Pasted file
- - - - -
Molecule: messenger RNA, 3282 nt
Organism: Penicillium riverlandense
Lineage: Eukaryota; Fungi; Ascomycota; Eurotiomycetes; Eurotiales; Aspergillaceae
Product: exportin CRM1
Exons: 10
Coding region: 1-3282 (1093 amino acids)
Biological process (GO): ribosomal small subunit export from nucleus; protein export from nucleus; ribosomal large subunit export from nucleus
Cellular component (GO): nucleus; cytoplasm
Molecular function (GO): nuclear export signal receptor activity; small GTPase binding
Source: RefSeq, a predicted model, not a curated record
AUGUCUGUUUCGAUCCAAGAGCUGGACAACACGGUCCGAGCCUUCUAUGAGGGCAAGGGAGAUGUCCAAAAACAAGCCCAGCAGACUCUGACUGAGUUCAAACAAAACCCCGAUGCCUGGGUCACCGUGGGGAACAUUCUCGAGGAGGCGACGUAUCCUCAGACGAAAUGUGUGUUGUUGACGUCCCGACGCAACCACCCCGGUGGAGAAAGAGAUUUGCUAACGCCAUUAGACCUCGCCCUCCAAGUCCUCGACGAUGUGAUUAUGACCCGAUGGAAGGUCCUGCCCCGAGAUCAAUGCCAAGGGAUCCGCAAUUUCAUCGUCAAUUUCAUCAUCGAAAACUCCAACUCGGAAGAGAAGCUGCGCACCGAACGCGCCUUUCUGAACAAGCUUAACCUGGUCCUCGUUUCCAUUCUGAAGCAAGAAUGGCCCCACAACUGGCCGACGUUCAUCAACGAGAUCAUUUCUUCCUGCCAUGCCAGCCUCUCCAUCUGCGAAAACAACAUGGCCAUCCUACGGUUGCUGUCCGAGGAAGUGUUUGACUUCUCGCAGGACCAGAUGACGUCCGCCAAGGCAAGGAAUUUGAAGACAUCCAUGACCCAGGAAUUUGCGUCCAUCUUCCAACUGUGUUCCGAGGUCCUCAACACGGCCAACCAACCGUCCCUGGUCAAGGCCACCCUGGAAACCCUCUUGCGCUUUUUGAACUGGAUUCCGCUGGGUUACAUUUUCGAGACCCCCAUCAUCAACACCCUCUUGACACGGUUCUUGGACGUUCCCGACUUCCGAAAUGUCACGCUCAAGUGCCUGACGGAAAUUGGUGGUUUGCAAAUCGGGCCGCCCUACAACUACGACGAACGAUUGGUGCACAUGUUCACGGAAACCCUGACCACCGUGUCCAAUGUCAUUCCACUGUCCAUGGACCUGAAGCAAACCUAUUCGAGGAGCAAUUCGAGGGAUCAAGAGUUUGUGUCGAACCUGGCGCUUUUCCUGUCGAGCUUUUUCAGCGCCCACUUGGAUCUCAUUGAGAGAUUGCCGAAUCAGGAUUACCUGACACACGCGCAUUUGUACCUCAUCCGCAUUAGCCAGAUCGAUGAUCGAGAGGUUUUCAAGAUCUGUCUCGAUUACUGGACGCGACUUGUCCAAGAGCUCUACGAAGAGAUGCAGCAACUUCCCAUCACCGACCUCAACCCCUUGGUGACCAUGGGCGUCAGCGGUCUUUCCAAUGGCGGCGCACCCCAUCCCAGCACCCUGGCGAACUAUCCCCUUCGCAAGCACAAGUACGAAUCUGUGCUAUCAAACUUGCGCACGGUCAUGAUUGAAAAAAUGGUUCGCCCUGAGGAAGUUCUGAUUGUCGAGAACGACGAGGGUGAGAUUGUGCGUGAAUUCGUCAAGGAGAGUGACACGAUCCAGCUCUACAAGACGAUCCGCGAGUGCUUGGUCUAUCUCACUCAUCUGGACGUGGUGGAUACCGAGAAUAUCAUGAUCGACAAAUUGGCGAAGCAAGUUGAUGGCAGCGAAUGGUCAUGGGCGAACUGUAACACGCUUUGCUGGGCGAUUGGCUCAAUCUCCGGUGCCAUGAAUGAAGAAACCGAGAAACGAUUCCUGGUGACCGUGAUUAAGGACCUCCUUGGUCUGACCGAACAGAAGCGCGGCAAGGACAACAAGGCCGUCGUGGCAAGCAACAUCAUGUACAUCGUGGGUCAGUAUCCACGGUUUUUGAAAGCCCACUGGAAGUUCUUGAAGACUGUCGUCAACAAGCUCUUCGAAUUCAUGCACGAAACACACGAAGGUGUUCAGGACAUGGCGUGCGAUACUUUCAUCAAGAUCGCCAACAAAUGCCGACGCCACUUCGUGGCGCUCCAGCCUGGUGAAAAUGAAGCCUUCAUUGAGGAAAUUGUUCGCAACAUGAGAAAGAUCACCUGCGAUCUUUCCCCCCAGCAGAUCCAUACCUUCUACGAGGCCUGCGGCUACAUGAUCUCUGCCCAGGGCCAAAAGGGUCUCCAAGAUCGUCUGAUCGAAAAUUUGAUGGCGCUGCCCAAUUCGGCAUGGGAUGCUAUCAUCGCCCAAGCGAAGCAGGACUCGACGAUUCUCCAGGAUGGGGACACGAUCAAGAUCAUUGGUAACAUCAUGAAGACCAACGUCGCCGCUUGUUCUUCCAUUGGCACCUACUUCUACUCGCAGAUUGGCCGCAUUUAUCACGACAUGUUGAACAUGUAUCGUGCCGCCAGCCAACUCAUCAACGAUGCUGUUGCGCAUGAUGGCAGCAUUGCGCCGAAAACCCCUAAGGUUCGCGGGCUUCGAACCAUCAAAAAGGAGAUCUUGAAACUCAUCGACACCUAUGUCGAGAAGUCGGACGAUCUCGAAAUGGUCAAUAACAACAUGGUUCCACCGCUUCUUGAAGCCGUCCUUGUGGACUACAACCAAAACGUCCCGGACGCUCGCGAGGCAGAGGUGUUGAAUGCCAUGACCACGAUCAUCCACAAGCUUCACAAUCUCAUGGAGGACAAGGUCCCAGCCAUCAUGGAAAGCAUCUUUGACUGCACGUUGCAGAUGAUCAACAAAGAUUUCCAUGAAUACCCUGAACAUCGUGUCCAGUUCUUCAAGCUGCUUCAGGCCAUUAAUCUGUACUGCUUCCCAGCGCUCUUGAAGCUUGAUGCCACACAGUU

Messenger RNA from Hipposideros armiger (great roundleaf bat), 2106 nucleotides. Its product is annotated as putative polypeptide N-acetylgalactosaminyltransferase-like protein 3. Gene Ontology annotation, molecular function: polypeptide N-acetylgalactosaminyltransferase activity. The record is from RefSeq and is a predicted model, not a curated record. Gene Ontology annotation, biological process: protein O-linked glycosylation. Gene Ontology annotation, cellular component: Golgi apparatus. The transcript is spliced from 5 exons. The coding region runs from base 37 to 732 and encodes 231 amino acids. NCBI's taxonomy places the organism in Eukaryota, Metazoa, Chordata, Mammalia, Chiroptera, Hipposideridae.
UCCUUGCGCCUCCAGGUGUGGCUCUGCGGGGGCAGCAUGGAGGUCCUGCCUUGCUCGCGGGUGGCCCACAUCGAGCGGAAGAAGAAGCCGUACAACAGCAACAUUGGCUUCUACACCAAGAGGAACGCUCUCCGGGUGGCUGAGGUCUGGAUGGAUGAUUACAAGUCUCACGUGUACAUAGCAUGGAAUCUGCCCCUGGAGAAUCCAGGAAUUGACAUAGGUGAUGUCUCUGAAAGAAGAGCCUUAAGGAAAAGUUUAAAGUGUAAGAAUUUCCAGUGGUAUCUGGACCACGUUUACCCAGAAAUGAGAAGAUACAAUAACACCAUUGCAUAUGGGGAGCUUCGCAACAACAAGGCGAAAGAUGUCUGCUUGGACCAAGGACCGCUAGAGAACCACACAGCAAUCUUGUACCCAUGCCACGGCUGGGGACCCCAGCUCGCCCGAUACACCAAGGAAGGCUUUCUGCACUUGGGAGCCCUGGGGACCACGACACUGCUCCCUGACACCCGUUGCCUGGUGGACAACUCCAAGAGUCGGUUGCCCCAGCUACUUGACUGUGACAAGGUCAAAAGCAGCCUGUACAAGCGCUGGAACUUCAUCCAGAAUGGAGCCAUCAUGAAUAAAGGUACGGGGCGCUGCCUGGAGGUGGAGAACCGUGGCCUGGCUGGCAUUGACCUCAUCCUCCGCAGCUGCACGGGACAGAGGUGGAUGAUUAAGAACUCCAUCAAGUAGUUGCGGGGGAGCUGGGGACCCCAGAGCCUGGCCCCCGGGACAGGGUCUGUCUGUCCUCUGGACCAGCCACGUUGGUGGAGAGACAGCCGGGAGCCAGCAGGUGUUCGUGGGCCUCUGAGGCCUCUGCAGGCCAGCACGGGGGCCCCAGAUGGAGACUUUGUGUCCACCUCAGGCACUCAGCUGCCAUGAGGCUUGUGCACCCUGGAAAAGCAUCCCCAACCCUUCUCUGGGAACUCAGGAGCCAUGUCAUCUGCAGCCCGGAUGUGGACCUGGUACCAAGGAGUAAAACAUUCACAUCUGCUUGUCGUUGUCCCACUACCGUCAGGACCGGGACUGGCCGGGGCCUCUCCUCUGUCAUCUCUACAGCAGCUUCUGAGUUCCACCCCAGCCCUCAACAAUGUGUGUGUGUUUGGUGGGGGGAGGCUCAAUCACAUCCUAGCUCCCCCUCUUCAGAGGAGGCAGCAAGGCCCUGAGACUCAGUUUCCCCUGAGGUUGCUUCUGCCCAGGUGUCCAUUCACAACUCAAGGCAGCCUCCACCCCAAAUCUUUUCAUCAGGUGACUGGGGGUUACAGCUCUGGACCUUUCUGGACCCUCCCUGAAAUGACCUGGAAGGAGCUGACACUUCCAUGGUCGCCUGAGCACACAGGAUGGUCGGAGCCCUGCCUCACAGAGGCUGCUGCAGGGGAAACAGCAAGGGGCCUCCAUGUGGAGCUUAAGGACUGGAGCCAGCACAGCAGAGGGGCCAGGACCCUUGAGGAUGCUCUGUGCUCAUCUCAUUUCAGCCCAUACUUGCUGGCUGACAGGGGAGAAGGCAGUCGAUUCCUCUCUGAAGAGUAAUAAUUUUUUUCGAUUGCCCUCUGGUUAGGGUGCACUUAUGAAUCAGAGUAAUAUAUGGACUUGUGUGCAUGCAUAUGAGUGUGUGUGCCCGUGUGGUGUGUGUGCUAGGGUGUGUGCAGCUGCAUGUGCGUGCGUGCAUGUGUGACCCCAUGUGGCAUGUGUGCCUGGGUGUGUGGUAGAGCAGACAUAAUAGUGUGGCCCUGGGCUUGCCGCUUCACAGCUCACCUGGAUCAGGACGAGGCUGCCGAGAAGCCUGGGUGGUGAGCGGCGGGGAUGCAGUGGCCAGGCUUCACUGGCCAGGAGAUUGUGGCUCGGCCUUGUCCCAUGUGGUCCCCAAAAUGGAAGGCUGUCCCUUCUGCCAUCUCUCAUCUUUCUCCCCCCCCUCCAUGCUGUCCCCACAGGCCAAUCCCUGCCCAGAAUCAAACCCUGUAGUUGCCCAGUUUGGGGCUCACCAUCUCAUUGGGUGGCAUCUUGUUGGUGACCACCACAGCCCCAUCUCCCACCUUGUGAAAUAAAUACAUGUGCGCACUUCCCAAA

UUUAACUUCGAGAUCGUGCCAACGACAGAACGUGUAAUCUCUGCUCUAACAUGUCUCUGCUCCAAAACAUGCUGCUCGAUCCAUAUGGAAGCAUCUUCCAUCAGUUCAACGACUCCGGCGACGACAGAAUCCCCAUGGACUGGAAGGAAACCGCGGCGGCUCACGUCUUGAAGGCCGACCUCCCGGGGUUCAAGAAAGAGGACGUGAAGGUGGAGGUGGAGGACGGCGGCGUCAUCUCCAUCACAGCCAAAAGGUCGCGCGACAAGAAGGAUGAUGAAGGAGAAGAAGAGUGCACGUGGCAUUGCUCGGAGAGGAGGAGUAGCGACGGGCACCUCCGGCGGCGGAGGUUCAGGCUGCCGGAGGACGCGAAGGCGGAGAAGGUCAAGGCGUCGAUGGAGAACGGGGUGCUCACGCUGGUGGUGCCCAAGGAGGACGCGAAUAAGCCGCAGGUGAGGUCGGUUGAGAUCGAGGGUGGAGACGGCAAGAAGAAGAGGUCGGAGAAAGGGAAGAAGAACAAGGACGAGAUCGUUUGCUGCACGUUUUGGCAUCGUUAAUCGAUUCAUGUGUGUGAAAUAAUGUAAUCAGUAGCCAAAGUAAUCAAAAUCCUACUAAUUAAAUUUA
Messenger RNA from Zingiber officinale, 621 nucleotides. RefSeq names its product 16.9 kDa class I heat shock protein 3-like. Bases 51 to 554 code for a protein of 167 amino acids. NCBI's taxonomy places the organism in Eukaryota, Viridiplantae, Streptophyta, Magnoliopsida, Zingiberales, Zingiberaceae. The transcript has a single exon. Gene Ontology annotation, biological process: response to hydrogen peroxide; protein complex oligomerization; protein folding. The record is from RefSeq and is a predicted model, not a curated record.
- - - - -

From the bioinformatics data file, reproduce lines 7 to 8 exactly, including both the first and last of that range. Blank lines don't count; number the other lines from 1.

Biological process (GO): ribosomal small subunit export from nucleus; protein export from nucleus; ribosomal large subunit export from nucleus
Cellular component (GO): nucleus; cytoplasm